In contrast to those who truly do love God as well as their fellow humans and who prove it through persistent study and searching for truth, the preferred practices of the typical “loving” church includes resistance or outright opposition to the actual Biblical Holy Days instituted and commanded by God in the Torah: Passover, Shavuot, Sukkoth. etc. They have no interested in Torah study and usually reject or despise Torah. They do not even care about pursuing in-depth Bible study. Study? What’s that? The vast majority of Christians have never even read the entire Bible and never will. Any effort to show love to God is usually more effort than they care to offer unless it is brief and doesn’t take away time from what they “feel” like doing. They will definitely say that they love God, but proving it with actual effort is something they do not care to do.
In other words, they want to do what makes them feel good without regard to whether or not it pleases God and without studying to find out if it does or does not. And this, despite the fact they may belong to a very “loving” fellowship.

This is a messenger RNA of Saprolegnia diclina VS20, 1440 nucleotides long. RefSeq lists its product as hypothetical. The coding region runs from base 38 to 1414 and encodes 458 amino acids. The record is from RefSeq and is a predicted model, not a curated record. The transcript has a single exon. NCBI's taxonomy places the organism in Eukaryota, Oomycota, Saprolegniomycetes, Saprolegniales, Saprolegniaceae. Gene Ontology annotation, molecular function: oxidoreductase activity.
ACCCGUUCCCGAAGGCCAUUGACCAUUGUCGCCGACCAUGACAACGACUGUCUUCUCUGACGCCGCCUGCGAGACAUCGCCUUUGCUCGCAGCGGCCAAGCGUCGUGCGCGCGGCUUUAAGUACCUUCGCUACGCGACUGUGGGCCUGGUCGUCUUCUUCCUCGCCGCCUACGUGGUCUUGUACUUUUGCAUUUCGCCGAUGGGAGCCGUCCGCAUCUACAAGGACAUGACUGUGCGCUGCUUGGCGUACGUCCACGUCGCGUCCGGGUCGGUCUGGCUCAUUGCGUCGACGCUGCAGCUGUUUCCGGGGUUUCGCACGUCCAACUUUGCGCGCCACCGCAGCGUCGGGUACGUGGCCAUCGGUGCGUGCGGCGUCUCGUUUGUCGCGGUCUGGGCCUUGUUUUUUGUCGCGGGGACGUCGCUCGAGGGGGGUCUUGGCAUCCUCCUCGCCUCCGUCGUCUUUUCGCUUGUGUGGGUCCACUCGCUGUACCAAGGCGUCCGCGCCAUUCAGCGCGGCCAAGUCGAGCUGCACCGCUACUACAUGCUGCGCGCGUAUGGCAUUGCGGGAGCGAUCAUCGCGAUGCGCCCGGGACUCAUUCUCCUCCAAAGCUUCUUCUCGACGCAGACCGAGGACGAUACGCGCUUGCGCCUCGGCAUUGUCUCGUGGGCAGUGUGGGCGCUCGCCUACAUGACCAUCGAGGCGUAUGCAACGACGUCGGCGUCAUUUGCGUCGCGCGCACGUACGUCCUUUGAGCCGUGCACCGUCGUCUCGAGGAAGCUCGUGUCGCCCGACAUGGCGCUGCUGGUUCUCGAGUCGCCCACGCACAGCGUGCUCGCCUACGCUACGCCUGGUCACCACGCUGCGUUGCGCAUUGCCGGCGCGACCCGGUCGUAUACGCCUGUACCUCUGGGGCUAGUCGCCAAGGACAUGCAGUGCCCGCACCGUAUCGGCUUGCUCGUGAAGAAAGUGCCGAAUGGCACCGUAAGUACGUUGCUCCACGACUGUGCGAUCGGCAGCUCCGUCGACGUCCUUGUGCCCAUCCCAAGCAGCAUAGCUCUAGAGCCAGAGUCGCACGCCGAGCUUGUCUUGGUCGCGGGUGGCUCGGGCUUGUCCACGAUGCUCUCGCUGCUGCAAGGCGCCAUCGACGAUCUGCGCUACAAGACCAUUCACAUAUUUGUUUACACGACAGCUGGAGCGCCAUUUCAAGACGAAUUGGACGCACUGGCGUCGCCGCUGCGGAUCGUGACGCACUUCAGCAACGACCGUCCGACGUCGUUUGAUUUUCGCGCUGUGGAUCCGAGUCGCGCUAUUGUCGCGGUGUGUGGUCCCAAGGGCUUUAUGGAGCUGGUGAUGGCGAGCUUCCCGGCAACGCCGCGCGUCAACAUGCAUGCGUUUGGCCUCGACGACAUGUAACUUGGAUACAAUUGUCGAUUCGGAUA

Doing what they want instead of what God wants proves their love for God is absent or lacking and that they are driven by “self” and “ego”. The “they” or “I” is pure ego. The “self”, which is actually the yetzer hara (evil inclination), wants what it wants and always stands between God and us striving to redirect us on a course that separates us from God.
Does your fellowship truly “love”? Or, is it simply a means to satisfy an experiential, feelings-driven, selfish need to give and receive “love”? Does it combine love for your fellow man with an honest, Torah embracing, love for God?
Go love God along with your fellow man. If you do, you will find that it is not simply possible to combine love for our fellow man with love for God, but that embracing Torah actually enhances both.